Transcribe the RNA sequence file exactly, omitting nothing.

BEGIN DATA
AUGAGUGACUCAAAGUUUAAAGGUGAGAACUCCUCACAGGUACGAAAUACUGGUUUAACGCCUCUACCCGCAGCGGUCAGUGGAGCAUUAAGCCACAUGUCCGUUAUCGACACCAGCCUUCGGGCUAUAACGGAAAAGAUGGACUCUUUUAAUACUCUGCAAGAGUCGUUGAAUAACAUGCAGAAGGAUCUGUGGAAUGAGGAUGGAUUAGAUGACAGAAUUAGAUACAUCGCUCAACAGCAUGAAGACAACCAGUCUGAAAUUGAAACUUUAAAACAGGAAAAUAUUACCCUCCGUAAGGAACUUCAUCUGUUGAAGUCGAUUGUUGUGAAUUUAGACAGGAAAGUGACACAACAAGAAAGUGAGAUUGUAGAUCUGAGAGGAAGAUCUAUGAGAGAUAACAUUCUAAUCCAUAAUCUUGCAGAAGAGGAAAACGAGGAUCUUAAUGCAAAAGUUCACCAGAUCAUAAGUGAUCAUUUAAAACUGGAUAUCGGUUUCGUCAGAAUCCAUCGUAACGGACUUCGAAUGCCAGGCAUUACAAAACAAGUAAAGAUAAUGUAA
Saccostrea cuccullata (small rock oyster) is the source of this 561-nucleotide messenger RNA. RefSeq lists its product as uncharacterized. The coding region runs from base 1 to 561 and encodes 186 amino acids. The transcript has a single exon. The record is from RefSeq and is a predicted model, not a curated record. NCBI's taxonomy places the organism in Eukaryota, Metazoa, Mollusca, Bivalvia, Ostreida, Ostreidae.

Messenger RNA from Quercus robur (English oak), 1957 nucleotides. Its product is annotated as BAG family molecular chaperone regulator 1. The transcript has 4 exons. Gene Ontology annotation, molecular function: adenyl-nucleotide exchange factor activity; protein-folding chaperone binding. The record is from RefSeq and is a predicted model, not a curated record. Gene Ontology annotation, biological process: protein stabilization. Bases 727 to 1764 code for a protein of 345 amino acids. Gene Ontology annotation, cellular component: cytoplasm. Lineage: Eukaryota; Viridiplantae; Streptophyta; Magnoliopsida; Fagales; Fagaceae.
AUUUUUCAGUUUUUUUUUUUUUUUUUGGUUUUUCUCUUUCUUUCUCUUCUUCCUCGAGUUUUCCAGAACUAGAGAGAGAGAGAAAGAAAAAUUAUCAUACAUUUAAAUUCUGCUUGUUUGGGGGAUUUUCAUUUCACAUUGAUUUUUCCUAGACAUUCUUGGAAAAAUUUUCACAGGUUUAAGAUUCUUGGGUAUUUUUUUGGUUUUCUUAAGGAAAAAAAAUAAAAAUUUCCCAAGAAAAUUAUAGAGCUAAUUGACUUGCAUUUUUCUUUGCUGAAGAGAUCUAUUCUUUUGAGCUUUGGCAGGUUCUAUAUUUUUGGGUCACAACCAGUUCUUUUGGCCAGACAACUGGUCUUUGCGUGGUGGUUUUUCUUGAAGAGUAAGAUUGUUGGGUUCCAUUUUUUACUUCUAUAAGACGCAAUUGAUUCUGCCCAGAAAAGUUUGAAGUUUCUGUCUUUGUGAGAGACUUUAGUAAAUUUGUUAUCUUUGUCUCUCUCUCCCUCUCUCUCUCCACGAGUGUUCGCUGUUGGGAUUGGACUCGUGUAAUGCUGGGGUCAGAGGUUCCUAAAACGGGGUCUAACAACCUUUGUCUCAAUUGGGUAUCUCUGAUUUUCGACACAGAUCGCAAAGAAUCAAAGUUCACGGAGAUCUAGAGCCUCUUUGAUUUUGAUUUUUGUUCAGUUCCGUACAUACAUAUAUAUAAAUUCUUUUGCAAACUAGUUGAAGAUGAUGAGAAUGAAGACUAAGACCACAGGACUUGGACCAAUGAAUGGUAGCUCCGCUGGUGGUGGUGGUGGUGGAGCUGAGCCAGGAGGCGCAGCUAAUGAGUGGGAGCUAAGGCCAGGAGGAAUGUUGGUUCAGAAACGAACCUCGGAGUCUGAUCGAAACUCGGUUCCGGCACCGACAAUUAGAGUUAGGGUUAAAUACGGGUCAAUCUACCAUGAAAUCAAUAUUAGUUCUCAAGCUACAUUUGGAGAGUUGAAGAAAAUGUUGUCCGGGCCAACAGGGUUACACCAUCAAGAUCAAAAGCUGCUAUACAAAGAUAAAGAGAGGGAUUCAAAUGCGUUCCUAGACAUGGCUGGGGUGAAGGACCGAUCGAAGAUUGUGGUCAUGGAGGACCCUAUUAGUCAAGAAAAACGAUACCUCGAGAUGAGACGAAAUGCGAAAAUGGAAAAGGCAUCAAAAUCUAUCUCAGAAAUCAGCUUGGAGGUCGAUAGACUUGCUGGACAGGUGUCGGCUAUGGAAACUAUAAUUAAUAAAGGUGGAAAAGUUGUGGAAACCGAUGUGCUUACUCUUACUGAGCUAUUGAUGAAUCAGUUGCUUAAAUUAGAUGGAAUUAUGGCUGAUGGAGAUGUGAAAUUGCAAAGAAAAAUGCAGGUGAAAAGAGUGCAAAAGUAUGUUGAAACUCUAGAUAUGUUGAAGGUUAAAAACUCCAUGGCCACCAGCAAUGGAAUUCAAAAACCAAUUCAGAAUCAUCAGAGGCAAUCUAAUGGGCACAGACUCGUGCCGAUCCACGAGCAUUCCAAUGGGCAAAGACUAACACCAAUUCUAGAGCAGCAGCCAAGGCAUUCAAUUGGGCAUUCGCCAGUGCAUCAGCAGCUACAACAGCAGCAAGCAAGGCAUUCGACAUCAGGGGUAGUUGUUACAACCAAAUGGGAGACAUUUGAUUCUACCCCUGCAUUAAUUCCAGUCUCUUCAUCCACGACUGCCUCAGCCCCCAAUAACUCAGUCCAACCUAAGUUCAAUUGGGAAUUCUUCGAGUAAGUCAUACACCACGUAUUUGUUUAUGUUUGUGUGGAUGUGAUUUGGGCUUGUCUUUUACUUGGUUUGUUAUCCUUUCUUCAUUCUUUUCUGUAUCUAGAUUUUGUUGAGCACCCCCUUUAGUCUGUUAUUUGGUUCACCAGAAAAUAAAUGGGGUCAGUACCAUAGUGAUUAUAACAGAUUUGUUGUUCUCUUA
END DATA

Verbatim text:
AUGAGUGACUCAAAGUUUAAAGGUGAGAACUCCUCACAGGUACGAAAUACUGGUUUAACGCCUCUACCCGCAGCGGUCAGUGGAGCAUUAAGCCACAUGUCCGUUAUCGACACCAGCCUUCGGGCUAUAACGGAAAAGAUGGACUCUUUUAAUACUCUGCAAGAGUCGUUGAAUAACAUGCAGAAGGAUCUGUGGAAUGAGGAUGGAUUAGAUGACAGAAUUAGAUACAUCGCUCAACAGCAUGAAGACAACCAGUCUGAAAUUGAAACUUUAAAACAGGAAAAUAUUACCCUCCGUAAGGAACUUCAUCUGUUGAAGUCGAUUGUUGUGAAUUUAGACAGGAAAGUGACACAACAAGAAAGUGAGAUUGUAGAUCUGAGAGGAAGAUCUAUGAGAGAUAACAUUCUAAUCCAUAAUCUUGCAGAAGAGGAAAACGAGGAUCUUAAUGCAAAAGUUCACCAGAUCAUAAGUGAUCAUUUAAAACUGGAUAUCGGUUUCGUCAGAAUCCAUCGUAACGGACUUCGAAUGCCAGGCAUUACAAAACAAGUAAAGAUAAUGUAA
Saccostrea cuccullata (small rock oyster) is the source of this 561-nucleotide messenger RNA. RefSeq lists its product as uncharacterized. The coding region runs from base 1 to 561 and encodes 186 amino acids. The transcript has a single exon. The record is from RefSeq and is a predicted model, not a curated record. NCBI's taxonomy places the organism in Eukaryota, Metazoa, Mollusca, Bivalvia, Ostreida, Ostreidae.

Messenger RNA from Quercus robur (English oak), 1957 nucleotides. Its product is annotated as BAG family molecular chaperone regulator 1. The transcript has 4 exons. Gene Ontology annotation, molecular function: adenyl-nucleotide exchange factor activity; protein-folding chaperone binding. The record is from RefSeq and is a predicted model, not a curated record. Gene Ontology annotation, biological process: protein stabilization. Bases 727 to 1764 code for a protein of 345 amino acids. Gene Ontology annotation, cellular component: cytoplasm. Lineage: Eukaryota; Viridiplantae; Streptophyta; Magnoliopsida; Fagales; Fagaceae.
AUUUUUCAGUUUUUUUUUUUUUUUUUGGUUUUUCUCUUUCUUUCUCUUCUUCCUCGAGUUUUCCAGAACUAGAGAGAGAGAGAAAGAAAAAUUAUCAUACAUUUAAAUUCUGCUUGUUUGGGGGAUUUUCAUUUCACAUUGAUUUUUCCUAGACAUUCUUGGAAAAAUUUUCACAGGUUUAAGAUUCUUGGGUAUUUUUUUGGUUUUCUUAAGGAAAAAAAAUAAAAAUUUCCCAAGAAAAUUAUAGAGCUAAUUGACUUGCAUUUUUCUUUGCUGAAGAGAUCUAUUCUUUUGAGCUUUGGCAGGUUCUAUAUUUUUGGGUCACAACCAGUUCUUUUGGCCAGACAACUGGUCUUUGCGUGGUGGUUUUUCUUGAAGAGUAAGAUUGUUGGGUUCCAUUUUUUACUUCUAUAAGACGCAAUUGAUUCUGCCCAGAAAAGUUUGAAGUUUCUGUCUUUGUGAGAGACUUUAGUAAAUUUGUUAUCUUUGUCUCUCUCUCCCUCUCUCUCUCCACGAGUGUUCGCUGUUGGGAUUGGACUCGUGUAAUGCUGGGGUCAGAGGUUCCUAAAACGGGGUCUAACAACCUUUGUCUCAAUUGGGUAUCUCUGAUUUUCGACACAGAUCGCAAAGAAUCAAAGUUCACGGAGAUCUAGAGCCUCUUUGAUUUUGAUUUUUGUUCAGUUCCGUACAUACAUAUAUAUAAAUUCUUUUGCAAACUAGUUGAAGAUGAUGAGAAUGAAGACUAAGACCACAGGACUUGGACCAAUGAAUGGUAGCUCCGCUGGUGGUGGUGGUGGUGGAGCUGAGCCAGGAGGCGCAGCUAAUGAGUGGGAGCUAAGGCCAGGAGGAAUGUUGGUUCAGAAACGAACCUCGGAGUCUGAUCGAAACUCGGUUCCGGCACCGACAAUUAGAGUUAGGGUUAAAUACGGGUCAAUCUACCAUGAAAUCAAUAUUAGUUCUCAAGCUACAUUUGGAGAGUUGAAGAAAAUGUUGUCCGGGCCAACAGGGUUACACCAUCAAGAUCAAAAGCUGCUAUACAAAGAUAAAGAGAGGGAUUCAAAUGCGUUCCUAGACAUGGCUGGGGUGAAGGACCGAUCGAAGAUUGUGGUCAUGGAGGACCCUAUUAGUCAAGAAAAACGAUACCUCGAGAUGAGACGAAAUGCGAAAAUGGAAAAGGCAUCAAAAUCUAUCUCAGAAAUCAGCUUGGAGGUCGAUAGACUUGCUGGACAGGUGUCGGCUAUGGAAACUAUAAUUAAUAAAGGUGGAAAAGUUGUGGAAACCGAUGUGCUUACUCUUACUGAGCUAUUGAUGAAUCAGUUGCUUAAAUUAGAUGGAAUUAUGGCUGAUGGAGAUGUGAAAUUGCAAAGAAAAAUGCAGGUGAAAAGAGUGCAAAAGUAUGUUGAAACUCUAGAUAUGUUGAAGGUUAAAAACUCCAUGGCCACCAGCAAUGGAAUUCAAAAACCAAUUCAGAAUCAUCAGAGGCAAUCUAAUGGGCACAGACUCGUGCCGAUCCACGAGCAUUCCAAUGGGCAAAGACUAACACCAAUUCUAGAGCAGCAGCCAAGGCAUUCAAUUGGGCAUUCGCCAGUGCAUCAGCAGCUACAACAGCAGCAAGCAAGGCAUUCGACAUCAGGGGUAGUUGUUACAACCAAAUGGGAGACAUUUGAUUCUACCCCUGCAUUAAUUCCAGUCUCUUCAUCCACGACUGCCUCAGCCCCCAAUAACUCAGUCCAACCUAAGUUCAAUUGGGAAUUCUUCGAGUAAGUCAUACACCACGUAUUUGUUUAUGUUUGUGUGGAUGUGAUUUGGGCUUGUCUUUUACUUGGUUUGUUAUCCUUUCUUCAUUCUUUUCUGUAUCUAGAUUUUGUUGAGCACCCCCUUUAGUCUGUUAUUUGGUUCACCAGAAAAUAAAUGGGGUCAGUACCAUAGUGAUUAUAACAGAUUUGUUGUUCUCUUA